Some Wisconsin seniors are working well past retirement age. They have lessons for millennials who fear the same fate.

Happy Monday All! I’ve spent a lot of time writing about how to save for retirement from the point of view of a younger person and I wanted to review an article that discussed the other side of the equation. Today’s article is from Post Crescent: “Some Wisconsin seniors are working well past retirement age. They have lessons for millennials who fear the same fate.”

Now, that title may sound very doom and gloom, but the article is actually fairly uplifting…. I’m kidding. The article is also fairly doom and gloom, but unfortunately that is the reality that many millennials are currently facing.

Note: This article uses the Center for Retirement Research at Boston College’s definition of millennials as those born between 1981-1999.

Setting the Stage

While there are many boomers who work well past their 60s, a large portion of them do so for the love of working or to avoid having to “stay at home and dust.” In the future, working may not just be something to do for millennials.

Stagnant wages and a floundering job market has been the environment in which millennials entered their 20s. The gig economy is in full swing and the days where staying at your job for 20+ years are slowly dwindling away.

This reality coupled with the staggering levels of student loans has kept millennials from being able to save at the rate necessary to keep pace with industry recommendations. This situation is best summarized in the following quote:

Many of today’s workers will have inadequate income when they reach retirement, but the prospects for millennials seem more challenging than for the generations ahead of them. Having entered the labor market in tough times, millennials have lower wages and fewer fringe benefits than Gen-Xers and late baby boomers did as young adults.

2018 study from the Center for Retirement Research at Boston College

Working Into Later Years

Bill Miller, 74, works as a yoga instructor and finds that it greatly enriches his life by:

  • Maintaining his physical fitness and spirituality.
  • Bringing in income to supplement their retirement and allow for his training.
  • Keeping him relevant in today’s society by giving him reason to be out.

Sharon Huss, 77, continues to work as a real estate agent because she enjoys it and is good at what she does. This job also allows her to afford some luxuries.

Overall, the boomers that worked into their 70s, 80s and 90s have similar traits:

  • Positive Attitude
  • Appreciation of their much younger coworkers
  • Ability to adapt to a changing work environment.
  • Learning new skills
  • Focus on work

In addition to these personal traits, longer lifespans, healthier lifestyles and increased education are large contributors for many boomers to remain in the workforce. However, the reasons to continue working are not all rainbows and sunshine.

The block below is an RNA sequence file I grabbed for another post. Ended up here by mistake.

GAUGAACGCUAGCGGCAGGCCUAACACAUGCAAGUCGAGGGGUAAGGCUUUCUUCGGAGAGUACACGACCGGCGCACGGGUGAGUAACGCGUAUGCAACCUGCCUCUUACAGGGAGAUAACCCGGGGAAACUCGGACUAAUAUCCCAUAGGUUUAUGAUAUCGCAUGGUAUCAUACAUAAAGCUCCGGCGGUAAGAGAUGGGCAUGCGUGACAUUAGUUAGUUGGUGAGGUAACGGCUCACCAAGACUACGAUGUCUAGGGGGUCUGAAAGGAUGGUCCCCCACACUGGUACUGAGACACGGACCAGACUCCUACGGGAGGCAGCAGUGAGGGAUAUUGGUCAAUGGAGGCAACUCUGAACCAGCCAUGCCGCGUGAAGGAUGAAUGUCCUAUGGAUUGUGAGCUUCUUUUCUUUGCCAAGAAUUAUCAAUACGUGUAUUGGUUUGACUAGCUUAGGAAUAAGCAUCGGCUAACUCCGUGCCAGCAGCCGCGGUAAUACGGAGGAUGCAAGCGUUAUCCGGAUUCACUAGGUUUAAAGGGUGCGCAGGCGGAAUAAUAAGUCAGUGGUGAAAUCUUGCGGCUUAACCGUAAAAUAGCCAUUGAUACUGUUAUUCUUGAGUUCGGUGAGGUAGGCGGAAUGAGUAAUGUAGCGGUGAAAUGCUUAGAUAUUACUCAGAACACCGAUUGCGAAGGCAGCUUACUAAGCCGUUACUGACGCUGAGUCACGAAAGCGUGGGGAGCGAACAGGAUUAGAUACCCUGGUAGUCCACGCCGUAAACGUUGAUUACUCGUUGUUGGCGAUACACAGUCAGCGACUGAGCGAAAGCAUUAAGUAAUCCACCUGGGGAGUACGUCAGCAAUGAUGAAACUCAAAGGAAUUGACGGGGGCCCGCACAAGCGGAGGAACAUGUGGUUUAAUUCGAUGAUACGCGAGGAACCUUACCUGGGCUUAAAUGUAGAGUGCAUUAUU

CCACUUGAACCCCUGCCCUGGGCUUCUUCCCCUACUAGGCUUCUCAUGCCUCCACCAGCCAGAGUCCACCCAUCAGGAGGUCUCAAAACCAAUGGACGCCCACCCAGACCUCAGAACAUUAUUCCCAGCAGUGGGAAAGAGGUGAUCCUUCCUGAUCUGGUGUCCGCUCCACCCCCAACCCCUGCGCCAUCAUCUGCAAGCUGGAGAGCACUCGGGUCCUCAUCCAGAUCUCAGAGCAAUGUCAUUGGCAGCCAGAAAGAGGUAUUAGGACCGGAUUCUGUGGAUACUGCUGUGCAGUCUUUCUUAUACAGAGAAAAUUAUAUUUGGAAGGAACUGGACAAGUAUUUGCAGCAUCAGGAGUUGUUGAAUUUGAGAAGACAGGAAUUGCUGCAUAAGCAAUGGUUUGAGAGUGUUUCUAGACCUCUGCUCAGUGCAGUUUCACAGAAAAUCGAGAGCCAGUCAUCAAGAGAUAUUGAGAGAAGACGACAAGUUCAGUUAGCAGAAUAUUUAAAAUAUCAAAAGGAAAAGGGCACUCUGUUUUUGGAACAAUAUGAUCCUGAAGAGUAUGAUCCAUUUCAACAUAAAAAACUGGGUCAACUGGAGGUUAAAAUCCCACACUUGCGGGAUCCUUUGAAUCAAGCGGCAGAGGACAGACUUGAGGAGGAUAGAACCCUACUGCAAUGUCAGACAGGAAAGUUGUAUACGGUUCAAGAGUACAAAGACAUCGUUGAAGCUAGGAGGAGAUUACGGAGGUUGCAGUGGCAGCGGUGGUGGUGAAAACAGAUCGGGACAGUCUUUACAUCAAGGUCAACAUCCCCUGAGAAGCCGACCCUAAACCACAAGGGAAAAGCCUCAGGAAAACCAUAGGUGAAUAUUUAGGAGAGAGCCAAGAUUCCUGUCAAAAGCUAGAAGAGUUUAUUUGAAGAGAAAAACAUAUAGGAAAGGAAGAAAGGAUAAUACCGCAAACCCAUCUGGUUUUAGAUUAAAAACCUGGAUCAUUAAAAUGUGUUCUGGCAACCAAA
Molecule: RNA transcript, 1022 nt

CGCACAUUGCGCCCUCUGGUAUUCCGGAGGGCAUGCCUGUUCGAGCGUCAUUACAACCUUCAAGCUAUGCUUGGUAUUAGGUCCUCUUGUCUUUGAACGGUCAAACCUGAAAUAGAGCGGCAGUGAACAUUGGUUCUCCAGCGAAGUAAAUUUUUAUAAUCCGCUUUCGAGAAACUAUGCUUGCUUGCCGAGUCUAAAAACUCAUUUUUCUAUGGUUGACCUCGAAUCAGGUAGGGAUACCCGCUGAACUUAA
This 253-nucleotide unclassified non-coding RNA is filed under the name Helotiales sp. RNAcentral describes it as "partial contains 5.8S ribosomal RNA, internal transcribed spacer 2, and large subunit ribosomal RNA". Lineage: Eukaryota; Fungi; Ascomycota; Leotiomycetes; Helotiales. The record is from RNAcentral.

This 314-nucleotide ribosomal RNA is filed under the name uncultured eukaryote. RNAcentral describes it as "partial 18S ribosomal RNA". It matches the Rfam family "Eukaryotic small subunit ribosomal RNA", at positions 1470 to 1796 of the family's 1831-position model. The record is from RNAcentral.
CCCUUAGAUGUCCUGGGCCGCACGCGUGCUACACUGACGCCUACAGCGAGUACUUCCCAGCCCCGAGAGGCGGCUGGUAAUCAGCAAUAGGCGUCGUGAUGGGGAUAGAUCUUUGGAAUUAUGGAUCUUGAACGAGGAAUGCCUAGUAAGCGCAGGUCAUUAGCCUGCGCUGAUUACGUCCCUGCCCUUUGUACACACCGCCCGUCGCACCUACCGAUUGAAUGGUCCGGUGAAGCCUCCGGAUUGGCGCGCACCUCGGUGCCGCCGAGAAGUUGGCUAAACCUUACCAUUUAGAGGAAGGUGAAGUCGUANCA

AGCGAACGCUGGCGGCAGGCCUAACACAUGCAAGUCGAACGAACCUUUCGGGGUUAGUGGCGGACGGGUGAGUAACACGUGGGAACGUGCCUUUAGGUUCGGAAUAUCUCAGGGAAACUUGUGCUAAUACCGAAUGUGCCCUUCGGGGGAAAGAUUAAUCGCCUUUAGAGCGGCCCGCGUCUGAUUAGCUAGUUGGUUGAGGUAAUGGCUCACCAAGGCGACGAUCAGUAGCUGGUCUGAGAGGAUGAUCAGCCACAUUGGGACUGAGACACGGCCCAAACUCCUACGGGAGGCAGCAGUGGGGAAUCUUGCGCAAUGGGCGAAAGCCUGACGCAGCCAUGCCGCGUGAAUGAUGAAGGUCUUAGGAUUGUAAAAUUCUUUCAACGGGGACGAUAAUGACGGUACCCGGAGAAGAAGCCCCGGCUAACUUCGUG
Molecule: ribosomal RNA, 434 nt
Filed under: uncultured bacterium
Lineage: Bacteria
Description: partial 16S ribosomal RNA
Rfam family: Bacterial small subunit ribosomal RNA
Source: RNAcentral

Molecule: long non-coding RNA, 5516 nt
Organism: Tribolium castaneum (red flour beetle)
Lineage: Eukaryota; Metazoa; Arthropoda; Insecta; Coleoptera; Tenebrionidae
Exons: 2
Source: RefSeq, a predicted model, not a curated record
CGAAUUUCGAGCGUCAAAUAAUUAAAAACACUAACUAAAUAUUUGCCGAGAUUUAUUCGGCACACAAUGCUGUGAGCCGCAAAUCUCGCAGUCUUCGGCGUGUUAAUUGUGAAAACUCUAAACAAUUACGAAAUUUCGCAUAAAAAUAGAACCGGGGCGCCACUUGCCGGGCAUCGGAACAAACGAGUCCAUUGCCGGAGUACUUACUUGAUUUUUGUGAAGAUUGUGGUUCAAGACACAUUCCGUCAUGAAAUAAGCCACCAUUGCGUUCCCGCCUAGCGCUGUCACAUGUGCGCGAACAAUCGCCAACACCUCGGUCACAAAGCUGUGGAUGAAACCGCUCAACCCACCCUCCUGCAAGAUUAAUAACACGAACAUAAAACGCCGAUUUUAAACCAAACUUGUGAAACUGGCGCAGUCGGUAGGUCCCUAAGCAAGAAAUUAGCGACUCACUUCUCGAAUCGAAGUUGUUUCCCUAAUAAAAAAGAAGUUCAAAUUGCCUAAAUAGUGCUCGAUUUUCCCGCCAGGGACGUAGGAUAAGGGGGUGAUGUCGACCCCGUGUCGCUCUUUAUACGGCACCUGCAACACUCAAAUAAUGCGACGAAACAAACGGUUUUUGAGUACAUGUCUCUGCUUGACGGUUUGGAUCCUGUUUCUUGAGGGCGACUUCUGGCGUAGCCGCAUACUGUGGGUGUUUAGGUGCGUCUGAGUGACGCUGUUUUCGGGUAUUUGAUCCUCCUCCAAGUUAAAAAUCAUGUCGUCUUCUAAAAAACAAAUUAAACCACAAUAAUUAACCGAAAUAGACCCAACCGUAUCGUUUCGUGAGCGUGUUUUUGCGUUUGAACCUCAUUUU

Changes to social security, loss of pensions and smaller employee retirement plans have created the need for higher personal savings. To make up the difference, lifestyles and incomes would have to change and with a reduced timeline before traditional retirement age the odds of this being successful are slim.

Showcasing this more upsetting situation, Sharon describes a friend that gets by on $1,500/month of Social Security with $1,000 of that being allocated just for rent.

What Can I Do?

With the current economical climate for millennials and current levels of savings, the earlier mentioned Boston College study states that 85% of millennials may not be able to retire comfortably by age 67, the age of full Social Security benefit. They will need to continue working until age 70 or later.

Current data shows that only 60% of Americans are on target with their retirement savings. Coincidentally, 38% started saving and investing early. Revealing the key to a successful retirement savings plan.


By giving yourself time to save and invest early and have that money grow in the markets, a successful retirement savings plan is completely doable.

The following chart shows an example of three different working professionals, Sam, Rob and Diana. Each of them deposits $300/month to their retirement accounts until they reach age 65. The only difference is the age that they start. Sam starts on her first day of her first real job at age 22. Rob starts only when he reaches 30 and Diana only starts when she reaches 35.

At age 65 Sam has almost double what Rob has saved and almost THREE TIMES as much as Diana has saved. The earlier you can start to save, the better. In order to catch up to what Sam was able to save, Rob would have to save an extra $235/month and Diana would have to save an extra $480/month. To sum this up, I leave it to an old Chinese Proverb:

The best time to plant a tree was 20 years ago, the second best time is now.

If you want to work past age 65, that’s something you’re more than welcome to do. There are so many psychological and physical benefits to this. However, you don’t want to be in a position where you HAVE to work. So, still plan on saving as much as you can, as early as you can for retirement. Anything you make after that can be spent on luxuries/travel, given to grandchildren, donated or whatever else you want to do with it. Your options will be limitless.

Have you started saving for retirement? Do you think you will want to work after age 65? Have you factored this into your retirement plans? Let me know in the comments below!